From what I understand he made up stuff about Hezbollah firing missiles at them. I suppose one could make the claim that Williams or even NBC were falsely trying to put a negative spin on Hezbollah.
I'll admit that I'm pretty ignorant of exactly what was claimed. I don't watch much TV news (essentially none) so the Williams thing didn't get much interest from me besides "Well, that was dumb".
Dumb, yes. Probably the result of re-telling a story over and over and it gradually changing over time. And yeah, a bit of "exaggerate my own personal part of it to make my story more compelling". Not shocking by itself, but it's interesting to watch the process over time. Basically, in the early versions he was very clear to state that he didn't come under fire, but that helicopters ahead of his did. Later versions played a version of the pronoun game: "*I* was in a group of helicopters and *we* came under fire, two of the helicopters were hit with RPG and AK fire, and *we* were forced to land" (I'm paraphrasing here just to illustrate the point, not actually quoting him). All technically true, but vague enough not to preclude the possibility that he personally was fired at. The most recent bit was where he just kinda lost track of the facts and actually said that his helicopter came under fire. Ooops.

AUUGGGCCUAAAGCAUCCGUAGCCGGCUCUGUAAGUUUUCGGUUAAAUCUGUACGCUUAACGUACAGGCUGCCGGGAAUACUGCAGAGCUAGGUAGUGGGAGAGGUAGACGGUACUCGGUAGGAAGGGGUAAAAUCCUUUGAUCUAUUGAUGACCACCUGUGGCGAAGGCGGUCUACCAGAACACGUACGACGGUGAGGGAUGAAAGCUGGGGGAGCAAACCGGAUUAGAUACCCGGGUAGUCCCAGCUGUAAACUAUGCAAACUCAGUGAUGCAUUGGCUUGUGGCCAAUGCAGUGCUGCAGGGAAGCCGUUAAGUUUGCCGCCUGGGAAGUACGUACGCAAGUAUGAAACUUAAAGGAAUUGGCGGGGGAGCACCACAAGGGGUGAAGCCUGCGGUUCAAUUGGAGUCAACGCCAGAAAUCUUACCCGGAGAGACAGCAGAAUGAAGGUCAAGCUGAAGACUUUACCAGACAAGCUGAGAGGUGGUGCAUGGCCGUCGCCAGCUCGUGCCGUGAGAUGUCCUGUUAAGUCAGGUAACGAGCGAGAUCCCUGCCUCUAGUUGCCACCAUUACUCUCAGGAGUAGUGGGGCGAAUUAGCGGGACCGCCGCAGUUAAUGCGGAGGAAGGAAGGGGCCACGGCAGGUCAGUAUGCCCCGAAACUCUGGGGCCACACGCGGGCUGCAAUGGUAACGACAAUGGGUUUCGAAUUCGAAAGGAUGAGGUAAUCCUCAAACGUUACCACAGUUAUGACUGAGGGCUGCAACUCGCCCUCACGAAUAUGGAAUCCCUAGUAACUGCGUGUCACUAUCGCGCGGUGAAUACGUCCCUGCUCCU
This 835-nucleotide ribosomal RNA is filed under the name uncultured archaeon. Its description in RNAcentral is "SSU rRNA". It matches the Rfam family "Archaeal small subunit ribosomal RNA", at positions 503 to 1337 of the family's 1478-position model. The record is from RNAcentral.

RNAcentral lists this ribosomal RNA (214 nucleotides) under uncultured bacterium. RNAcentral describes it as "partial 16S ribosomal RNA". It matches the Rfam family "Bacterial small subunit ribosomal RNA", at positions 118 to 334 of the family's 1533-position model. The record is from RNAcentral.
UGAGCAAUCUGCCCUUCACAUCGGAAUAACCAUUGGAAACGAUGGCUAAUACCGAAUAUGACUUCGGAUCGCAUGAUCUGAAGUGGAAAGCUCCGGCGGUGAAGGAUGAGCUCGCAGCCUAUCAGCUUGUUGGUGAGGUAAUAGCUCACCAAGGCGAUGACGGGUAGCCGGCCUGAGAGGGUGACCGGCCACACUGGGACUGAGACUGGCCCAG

While the directly false claim is just wrong on its face, for me it highlighted a more troublesome trend in journalism. I almost get the sense that journalists are so afraid of making a false claim that they tend towards specifically vague statements that could mean a broad number of things, and thus can't directly be called false. They then imply the facts rather than stating them clearly. The problem with this is that you can easily make the public accept a false claim without ever actually saying it directly (which I suspect is where he went wrong because he failed to see the line he crossed until he crossed it). Also, it leads to a strange situation where the media deliberately avoids presenting direct clear statements of fact to the audience, and the audience accepts this and adopts a method of interpreting the vaguely worded media reports as "fact".
Thus, despite him giving the vague version, which was technically true, but strongly implied to anyone hearing the story that he came under attack for many years, no one bothered to say "hey. Maybe you should be more clear that it wasn't your helicopter that was fired at". We basically accepted the implication either because we didn't research it to realize the implication was wrong *or* because if we did we accepted that the vague statement didn't directly make a false claim. Which, over time, probably contributed to him embellishing it further until he finally just made a direct false claim.
Yeah. TL:DR, whatever. I find this kind of process interesting is all.